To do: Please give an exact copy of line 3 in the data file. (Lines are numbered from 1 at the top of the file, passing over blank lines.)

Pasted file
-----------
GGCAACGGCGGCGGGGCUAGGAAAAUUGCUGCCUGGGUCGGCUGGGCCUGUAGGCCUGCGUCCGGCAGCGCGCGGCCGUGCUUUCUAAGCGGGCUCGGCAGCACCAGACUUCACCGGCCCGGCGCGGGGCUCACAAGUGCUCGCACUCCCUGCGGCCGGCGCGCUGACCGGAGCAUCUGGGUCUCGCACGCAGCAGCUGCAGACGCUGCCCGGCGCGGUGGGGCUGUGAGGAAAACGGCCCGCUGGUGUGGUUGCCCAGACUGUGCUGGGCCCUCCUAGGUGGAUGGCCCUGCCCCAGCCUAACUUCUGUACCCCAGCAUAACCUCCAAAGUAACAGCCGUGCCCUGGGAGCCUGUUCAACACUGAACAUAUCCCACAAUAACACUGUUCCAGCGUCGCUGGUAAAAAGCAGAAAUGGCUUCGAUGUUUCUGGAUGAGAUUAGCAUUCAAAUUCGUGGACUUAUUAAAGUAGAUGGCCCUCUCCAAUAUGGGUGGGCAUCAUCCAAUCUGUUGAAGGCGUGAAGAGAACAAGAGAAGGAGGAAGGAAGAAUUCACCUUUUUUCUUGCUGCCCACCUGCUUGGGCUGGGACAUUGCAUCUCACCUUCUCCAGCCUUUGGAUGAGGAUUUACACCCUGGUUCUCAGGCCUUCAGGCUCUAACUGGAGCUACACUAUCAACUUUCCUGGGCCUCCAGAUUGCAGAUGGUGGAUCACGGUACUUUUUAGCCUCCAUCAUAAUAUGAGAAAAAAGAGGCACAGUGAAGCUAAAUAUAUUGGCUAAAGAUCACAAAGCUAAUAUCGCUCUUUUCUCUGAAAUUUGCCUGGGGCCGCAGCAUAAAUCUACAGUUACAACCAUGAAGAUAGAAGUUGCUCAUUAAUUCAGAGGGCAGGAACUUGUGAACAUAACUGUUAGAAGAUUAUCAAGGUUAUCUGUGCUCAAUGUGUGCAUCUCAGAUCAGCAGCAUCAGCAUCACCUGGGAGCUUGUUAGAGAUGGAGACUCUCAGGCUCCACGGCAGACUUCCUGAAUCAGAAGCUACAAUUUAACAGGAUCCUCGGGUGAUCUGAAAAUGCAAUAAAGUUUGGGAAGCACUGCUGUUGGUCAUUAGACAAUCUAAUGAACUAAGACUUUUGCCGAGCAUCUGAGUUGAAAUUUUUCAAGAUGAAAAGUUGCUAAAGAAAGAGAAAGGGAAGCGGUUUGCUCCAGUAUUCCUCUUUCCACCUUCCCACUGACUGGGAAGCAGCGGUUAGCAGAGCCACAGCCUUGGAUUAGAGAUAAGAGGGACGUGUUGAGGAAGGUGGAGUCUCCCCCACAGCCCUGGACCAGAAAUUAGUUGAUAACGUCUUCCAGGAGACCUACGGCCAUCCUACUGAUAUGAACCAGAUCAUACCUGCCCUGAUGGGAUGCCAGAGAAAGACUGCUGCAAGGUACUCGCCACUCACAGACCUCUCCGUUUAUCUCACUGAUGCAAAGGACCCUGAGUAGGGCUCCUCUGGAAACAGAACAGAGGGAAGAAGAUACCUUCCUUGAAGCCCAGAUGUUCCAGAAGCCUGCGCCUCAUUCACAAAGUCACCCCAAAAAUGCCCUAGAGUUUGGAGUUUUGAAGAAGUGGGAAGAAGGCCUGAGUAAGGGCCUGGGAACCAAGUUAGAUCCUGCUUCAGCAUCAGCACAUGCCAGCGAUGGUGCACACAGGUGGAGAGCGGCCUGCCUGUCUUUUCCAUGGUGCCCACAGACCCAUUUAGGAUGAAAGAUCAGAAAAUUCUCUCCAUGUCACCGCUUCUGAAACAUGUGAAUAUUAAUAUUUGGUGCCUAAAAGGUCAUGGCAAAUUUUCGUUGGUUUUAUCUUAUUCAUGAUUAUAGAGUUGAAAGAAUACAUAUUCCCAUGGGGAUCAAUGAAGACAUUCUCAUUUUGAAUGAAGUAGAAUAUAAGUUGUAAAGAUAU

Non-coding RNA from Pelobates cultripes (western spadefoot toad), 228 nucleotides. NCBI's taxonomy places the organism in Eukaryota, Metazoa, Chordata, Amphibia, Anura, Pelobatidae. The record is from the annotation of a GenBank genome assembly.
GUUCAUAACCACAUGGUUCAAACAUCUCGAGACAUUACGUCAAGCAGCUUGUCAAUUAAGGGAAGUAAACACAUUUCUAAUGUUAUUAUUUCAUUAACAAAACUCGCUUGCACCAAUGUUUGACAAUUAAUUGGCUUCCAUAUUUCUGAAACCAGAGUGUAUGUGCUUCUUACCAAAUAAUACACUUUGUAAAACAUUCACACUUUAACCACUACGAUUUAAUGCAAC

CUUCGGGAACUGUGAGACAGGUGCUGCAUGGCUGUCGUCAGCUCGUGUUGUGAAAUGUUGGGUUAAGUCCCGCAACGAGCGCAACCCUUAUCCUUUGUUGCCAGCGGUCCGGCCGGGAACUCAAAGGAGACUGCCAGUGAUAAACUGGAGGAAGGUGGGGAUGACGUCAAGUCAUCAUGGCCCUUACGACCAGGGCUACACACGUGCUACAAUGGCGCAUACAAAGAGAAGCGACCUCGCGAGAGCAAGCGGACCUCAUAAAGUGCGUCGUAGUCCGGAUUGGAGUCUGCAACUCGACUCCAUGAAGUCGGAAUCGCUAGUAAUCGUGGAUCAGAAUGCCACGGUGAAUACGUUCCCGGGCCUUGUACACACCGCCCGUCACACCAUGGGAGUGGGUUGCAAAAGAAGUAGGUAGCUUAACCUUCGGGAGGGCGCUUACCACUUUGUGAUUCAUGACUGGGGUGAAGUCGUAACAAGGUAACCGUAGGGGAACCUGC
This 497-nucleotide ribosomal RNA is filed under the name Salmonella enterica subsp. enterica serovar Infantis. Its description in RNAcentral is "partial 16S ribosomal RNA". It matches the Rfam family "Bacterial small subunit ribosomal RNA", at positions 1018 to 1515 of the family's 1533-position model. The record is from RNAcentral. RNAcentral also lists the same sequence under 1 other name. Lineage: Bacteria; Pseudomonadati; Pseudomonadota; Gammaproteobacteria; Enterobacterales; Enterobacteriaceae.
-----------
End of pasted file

GUUCAUAACCACAUGGUUCAAACAUCUCGAGACAUUACGUCAAGCAGCUUGUCAAUUAAGGGAAGUAAACACAUUUCUAAUGUUAUUAUUUCAUUAACAAAACUCGCUUGCACCAAUGUUUGACAAUUAAUUGGCUUCCAUAUUUCUGAAACCAGAGUGUAUGUGCUUCUUACCAAAUAAUACACUUUGUAAAACAUUCACACUUUAACCACUACGAUUUAAUGCAAC